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The impact of social workers on infant mortality in inter-war Tokyo: Bayesian dynamic panel quantile regression with endogenous variables


  • Kota Ogasawara

    () (Department of Social Engineering, Graduate School of Decision Science and Technology, Tokyo Institute of Technology, 2-12-1, Ookayama, Meguro-ku, Tokyo, 152-8552, Japan)

  • Genya Kobayashi

    (Faculty of Law, Politics & Economics, Chiba University, Chiba, Japan)


Although no comprehensive sickness insurance system existed in Japan until the mid-twentieth century, the infant mortality rate in Japan started to decline from the early twentieth century onwards, specifically owing to health improvements in low-income areas. This paper focuses on the impact of social workers called Homen iin on reducing the infant mortality rate in inter-war Tokyo. These social workers were in charge of the medical casework and provided access to medical treatment for low-income households under the District Committees System. To examine how the activities of these social workers influenced infant mortality, this paper analyses panel data for Tokyo between 1926 and 1937. By employing the dynamic panel quantile regression approach, it is found that the activities of social workers played a vital role in mitigating the risk of infant mortality, especially in areas that had a higher infant mortality rate.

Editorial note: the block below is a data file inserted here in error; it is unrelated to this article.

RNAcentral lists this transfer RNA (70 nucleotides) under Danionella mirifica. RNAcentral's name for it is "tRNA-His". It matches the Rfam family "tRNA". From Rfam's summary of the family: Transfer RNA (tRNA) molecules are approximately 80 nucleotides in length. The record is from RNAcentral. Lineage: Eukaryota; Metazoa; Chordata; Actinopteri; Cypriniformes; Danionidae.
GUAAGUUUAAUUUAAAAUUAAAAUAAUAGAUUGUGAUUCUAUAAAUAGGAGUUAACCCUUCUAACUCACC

Suggested Citation

  • Kota Ogasawara & Genya Kobayashi, 2015. "The impact of social workers on infant mortality in inter-war Tokyo: Bayesian dynamic panel quantile regression with endogenous variables," Cliometrica, Journal of Historical Economics and Econometric History, Association Française de Cliométrie (AFC), vol. 9(1), pages 97-130, January.
  • Handle: RePEc:afc:cliome:v:9:y:2015:i:1:p:97-130

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    Cited by:

    1. Driva, Anastasia & Bauernschuster, Stefan & Hornung, Erik, 2016. "Bismarck’s Health Insurance and the Mortality Decline," Annual Conference 2016 (Augsburg): Demographic Change 145577, Verein für Socialpolitik / German Economic Association.
    2. repec:spr:cliomt:v:12:y:2018:i:1:d:10.1007_s11698-016-0148-3 is not listed on IDEAS

    More about this item


    Dynamic panel data; Endogenous variable; Infant mortality; Quantile regression; Social worker;

    JEL classification:

    • C11 - Mathematical and Quantitative Methods - - Econometric and Statistical Methods and Methodology: General - - - Bayesian Analysis: General
    • C23 - Mathematical and Quantitative Methods - - Single Equation Models; Single Variables - - - Models with Panel Data; Spatio-temporal Models
    • H41 - Public Economics - - Publicly Provided Goods - - - Public Goods
    • I18 - Health, Education, and Welfare - - Health - - - Government Policy; Regulation; Public Health
    • J13 - Labor and Demographic Economics - - Demographic Economics - - - Fertility; Family Planning; Child Care; Children; Youth
    • N35 - Economic History - - Labor and Consumers, Demography, Education, Health, Welfare, Income, Wealth, Religion, and Philanthropy - - - Asia including Middle East


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